If you’ve read Part 1 of The Bullpup Rifle Experiment, you’ll know that I started out this little project with a relatively simple goal: to find out what the bullpup rifle was all about. I wanted to learn what they were good for, what they weren’t, and perhaps even a little bit of why they seem to inflame passions on both sides: those who love them and those who love to hate them. Along the way I hoped to perhaps develop some training doctrine for these futuristic designs and dispel some of the training myths that have grown up around them.
(If you haven’t read Part 1, what are you waiting for? Click here to read it now!)
I started out simply playing with the Steyr AUG A3 M1 that Steyr Arms had sent me. “Playing” suggests haphazard recreation, but it wasn’t; I was doing dry reps to ingrain the gun’s functions and to get used to the very different control layout. The AUG was definitely a different beast from anything I’d used previously and so I was coming to the gun completely green. After a few days of dry practice I finally got to the range to really test it out, and the project was in full swing.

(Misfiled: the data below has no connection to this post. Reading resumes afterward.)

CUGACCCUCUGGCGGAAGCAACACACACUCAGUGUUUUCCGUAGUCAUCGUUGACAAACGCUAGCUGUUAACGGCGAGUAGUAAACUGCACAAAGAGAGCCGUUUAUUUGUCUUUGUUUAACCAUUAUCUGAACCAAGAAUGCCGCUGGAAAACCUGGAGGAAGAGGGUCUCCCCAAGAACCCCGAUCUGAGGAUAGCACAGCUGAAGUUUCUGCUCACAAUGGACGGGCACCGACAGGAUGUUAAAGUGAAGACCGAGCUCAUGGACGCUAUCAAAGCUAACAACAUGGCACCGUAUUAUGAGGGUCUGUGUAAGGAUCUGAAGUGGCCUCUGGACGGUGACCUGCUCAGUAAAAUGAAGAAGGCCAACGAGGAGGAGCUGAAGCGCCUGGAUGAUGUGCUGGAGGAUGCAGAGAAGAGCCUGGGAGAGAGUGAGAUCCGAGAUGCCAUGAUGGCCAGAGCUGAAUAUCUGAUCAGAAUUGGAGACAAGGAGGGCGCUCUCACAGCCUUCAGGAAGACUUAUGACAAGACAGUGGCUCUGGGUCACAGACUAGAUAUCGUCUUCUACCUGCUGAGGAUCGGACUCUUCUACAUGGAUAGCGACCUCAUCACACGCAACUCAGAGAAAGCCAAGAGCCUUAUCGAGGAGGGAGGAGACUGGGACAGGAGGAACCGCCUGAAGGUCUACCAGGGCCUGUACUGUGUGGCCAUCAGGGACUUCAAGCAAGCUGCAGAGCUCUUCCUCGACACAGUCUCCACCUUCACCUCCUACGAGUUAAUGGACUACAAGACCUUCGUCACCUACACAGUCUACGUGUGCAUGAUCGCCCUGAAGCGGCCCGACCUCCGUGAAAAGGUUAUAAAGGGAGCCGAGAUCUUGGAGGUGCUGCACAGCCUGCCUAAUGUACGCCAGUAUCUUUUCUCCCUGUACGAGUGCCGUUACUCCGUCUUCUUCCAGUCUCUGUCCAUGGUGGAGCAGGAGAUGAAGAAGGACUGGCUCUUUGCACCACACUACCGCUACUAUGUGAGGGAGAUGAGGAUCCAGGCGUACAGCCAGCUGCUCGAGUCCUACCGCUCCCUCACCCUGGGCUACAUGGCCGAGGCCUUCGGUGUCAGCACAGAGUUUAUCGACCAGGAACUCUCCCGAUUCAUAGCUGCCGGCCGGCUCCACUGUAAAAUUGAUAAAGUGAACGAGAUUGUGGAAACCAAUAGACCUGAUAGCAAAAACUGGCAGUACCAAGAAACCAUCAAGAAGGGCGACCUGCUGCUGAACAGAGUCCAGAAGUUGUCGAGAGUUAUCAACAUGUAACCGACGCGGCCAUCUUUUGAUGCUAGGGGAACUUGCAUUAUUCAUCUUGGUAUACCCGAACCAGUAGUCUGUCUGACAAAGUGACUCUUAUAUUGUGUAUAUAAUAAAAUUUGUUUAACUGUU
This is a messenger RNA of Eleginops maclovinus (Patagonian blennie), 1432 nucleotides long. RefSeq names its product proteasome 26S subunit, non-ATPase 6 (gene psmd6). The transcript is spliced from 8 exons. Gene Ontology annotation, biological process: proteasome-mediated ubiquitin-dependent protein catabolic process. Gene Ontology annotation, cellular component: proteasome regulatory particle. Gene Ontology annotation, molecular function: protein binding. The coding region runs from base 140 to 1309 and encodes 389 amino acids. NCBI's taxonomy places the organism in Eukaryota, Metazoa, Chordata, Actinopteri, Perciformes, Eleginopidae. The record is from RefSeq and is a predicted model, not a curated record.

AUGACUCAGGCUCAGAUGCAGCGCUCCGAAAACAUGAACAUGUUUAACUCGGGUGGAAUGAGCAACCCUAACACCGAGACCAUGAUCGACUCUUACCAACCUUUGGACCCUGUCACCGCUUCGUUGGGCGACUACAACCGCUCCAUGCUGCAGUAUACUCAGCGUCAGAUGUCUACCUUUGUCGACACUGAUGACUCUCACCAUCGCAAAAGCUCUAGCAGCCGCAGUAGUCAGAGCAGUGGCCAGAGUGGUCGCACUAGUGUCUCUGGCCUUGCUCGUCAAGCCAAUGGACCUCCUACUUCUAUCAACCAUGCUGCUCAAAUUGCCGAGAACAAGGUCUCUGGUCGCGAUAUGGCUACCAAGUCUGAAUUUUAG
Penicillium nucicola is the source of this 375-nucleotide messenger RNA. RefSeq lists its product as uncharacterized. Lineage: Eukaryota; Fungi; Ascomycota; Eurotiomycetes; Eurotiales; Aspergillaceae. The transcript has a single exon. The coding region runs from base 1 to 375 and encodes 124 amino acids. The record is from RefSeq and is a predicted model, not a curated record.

During this period, anytime I needed a rifle for something I picked up the Steyr instead of one of the guns I might normally grab. It replaced my AR-15 and my lever actions; if I took a rifle, the AUG went — exclusively. Other than sighting in a bolt-action .22, I didn’t shoot any other rifle, not even for a few rounds, once this odyssey began. I figured that if I were to learn the bullpup I needed to immerse myself in the world of the bullpup!
So what did I learn? Well, a complete discussion could take quite some time but I’ll share with you some of the more important things I discovered.
I learned that they’re short. Yeah, I know that seems obvious but I really think it needs to be mentioned. I’ve had people tell me that they didn’t really see a use for the bullpup rifle “because they’re just shorter, that’s all.” Well, that’s certainly not all there is to them; but for the moment let’s focus on that.
“They’re just shorter” is meant as a dismissal, but short rifles aren’t just cool — they’re useful, too. Getting the rifle out of storage, whether that’s a safe or a rack or the trunk of your car, is easier with the shorter rifle. Moving around obstacles, as you might have to do if you’re running from your storage spot to where the attack is happening, is a lot easier. Just going through doorways with the shorter rifle is easier than with a longer gun.
Remember the first time you picked up an M1 Carbine and marveled how small it was, how quickly it came onto target and how easy it was to carry around? A lot of that same feeling came to me the first time I started to handle the AUG. Now it’s not as lightweight as the old Carbine — it is, after all, a service rifle — but the short length made it feel oh-so-handy whenever I picked it up. After a while my 16” AR carbine seemed like one of those old bolt-action Mauser long rifles! I discovered that there is great virtue in small size (as did those armies who started chopping down their long bolt-action rifles to make carbines out of them.)